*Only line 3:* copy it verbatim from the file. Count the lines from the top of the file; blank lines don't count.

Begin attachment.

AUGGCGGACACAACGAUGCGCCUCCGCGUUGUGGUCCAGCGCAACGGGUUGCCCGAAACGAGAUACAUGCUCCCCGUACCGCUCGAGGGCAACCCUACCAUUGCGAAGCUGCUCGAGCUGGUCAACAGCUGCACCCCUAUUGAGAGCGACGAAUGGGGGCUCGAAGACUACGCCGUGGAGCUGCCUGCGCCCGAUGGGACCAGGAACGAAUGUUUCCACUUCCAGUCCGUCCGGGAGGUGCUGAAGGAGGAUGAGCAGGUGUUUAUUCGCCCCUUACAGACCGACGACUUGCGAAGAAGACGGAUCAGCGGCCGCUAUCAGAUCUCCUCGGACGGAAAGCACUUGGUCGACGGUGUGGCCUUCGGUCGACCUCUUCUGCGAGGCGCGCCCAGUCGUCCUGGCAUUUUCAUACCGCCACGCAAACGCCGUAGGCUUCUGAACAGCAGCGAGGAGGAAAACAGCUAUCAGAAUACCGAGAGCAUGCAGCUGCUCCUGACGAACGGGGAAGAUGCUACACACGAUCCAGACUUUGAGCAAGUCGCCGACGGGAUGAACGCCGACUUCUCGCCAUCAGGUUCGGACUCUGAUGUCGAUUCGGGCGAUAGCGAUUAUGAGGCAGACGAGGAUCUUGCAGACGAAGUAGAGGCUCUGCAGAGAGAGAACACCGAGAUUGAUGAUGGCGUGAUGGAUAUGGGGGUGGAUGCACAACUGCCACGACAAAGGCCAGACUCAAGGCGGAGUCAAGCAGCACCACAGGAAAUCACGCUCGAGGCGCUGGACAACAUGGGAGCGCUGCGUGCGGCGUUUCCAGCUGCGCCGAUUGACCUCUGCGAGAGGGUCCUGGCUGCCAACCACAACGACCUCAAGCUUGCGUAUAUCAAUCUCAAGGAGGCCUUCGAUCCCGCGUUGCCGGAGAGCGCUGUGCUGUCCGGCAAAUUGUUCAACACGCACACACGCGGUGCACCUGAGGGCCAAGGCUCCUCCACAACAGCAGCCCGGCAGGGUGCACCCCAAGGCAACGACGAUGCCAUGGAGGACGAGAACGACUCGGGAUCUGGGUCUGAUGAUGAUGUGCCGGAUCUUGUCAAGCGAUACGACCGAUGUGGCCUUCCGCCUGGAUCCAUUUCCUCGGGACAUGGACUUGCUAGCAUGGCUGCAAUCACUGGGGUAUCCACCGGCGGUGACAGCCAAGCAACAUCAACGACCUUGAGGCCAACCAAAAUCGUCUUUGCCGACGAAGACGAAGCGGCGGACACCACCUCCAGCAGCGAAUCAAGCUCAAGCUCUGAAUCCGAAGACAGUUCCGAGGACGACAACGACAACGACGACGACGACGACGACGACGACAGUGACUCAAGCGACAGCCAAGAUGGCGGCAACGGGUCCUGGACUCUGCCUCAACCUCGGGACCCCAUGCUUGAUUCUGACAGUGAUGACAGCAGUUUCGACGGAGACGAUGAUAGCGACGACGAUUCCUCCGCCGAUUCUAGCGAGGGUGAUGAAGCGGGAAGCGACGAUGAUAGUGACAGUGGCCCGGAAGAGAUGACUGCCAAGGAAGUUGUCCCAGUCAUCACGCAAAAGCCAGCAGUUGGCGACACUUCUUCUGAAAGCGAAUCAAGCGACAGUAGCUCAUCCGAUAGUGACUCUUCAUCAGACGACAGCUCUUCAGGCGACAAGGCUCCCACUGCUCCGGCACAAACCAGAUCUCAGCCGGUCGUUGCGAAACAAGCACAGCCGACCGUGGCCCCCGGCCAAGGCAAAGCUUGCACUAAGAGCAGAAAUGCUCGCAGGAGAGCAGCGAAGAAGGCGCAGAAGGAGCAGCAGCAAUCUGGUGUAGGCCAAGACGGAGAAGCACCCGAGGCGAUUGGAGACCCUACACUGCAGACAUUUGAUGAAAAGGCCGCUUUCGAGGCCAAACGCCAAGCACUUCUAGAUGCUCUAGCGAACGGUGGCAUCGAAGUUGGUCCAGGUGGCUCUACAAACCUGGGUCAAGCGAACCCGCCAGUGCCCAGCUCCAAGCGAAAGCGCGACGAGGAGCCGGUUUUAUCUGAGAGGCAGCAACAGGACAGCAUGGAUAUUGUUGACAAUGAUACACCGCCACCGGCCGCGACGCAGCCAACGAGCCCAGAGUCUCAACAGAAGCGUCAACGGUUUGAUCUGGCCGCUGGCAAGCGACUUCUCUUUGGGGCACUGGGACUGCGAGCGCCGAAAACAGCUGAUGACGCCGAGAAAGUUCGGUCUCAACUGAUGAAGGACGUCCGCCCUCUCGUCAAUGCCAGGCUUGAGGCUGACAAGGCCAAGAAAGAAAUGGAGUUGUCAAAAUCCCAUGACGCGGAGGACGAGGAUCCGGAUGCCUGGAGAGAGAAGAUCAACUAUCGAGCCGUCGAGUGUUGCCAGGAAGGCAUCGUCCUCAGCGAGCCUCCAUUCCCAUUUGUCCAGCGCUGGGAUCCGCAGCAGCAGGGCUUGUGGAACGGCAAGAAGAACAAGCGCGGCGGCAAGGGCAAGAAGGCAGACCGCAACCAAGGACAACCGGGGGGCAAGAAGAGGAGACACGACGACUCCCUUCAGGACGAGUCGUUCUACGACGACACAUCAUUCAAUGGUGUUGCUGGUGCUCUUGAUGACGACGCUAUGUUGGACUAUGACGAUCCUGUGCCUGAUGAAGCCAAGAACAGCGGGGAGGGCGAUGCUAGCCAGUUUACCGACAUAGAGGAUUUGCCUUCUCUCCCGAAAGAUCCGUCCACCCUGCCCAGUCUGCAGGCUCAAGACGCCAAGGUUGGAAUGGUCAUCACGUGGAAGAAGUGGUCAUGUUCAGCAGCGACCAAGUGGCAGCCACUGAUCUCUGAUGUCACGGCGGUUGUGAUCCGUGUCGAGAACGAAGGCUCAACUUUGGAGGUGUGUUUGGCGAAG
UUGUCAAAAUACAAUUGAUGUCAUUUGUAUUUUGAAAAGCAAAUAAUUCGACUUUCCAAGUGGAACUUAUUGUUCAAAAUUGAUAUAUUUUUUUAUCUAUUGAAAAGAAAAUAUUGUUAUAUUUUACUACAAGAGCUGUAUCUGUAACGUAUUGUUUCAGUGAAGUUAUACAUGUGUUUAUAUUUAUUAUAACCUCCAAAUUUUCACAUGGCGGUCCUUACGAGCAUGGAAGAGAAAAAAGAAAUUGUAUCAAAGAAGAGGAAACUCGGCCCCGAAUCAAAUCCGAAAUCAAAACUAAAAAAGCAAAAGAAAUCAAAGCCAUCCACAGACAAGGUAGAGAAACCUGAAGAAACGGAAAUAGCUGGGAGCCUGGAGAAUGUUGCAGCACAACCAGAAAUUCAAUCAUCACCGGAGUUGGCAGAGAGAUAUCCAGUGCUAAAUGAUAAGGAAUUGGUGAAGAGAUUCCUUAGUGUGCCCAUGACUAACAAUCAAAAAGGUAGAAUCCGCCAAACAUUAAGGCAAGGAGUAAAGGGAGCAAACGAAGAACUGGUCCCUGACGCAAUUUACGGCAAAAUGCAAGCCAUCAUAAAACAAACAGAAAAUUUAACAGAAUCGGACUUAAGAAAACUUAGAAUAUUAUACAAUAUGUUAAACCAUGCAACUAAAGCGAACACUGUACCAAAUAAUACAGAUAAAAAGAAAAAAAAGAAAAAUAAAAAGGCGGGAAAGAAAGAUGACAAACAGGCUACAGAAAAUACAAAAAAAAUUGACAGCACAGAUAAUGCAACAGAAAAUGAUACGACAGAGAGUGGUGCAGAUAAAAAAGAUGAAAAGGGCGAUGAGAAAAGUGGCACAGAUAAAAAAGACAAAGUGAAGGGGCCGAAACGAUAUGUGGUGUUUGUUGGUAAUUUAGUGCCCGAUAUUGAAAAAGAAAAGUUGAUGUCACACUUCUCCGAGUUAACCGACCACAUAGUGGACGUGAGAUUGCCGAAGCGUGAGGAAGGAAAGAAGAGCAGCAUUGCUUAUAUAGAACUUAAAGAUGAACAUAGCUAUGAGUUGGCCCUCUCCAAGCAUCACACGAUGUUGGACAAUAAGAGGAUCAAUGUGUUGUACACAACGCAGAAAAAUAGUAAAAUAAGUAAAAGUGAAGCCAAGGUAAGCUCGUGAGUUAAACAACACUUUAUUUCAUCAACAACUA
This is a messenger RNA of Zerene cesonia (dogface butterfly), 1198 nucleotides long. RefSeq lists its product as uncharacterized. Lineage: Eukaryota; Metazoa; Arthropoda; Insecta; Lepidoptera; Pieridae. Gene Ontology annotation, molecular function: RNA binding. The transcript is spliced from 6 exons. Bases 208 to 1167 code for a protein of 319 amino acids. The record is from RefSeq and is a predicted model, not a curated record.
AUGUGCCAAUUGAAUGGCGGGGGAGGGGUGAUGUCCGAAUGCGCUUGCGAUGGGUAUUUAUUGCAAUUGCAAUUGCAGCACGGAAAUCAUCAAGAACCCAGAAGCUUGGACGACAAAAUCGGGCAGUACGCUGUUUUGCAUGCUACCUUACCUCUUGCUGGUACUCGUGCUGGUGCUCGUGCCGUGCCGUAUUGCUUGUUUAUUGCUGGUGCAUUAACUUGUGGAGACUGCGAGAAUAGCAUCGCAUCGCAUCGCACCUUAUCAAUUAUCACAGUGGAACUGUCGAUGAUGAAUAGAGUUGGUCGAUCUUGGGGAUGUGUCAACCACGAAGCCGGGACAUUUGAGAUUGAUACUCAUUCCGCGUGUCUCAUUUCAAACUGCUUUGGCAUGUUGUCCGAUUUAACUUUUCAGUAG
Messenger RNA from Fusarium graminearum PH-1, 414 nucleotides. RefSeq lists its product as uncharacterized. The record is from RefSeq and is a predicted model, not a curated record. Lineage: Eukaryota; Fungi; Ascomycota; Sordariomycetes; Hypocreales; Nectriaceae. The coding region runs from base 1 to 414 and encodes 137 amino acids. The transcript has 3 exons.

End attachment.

This is a messenger RNA of Zerene cesonia (dogface butterfly), 1198 nucleotides long. RefSeq lists its product as uncharacterized. Lineage: Eukaryota; Metazoa; Arthropoda; Insecta; Lepidoptera; Pieridae. Gene Ontology annotation, molecular function: RNA binding. The transcript is spliced from 6 exons. Bases 208 to 1167 code for a protein of 319 amino acids. The record is from RefSeq and is a predicted model, not a curated record.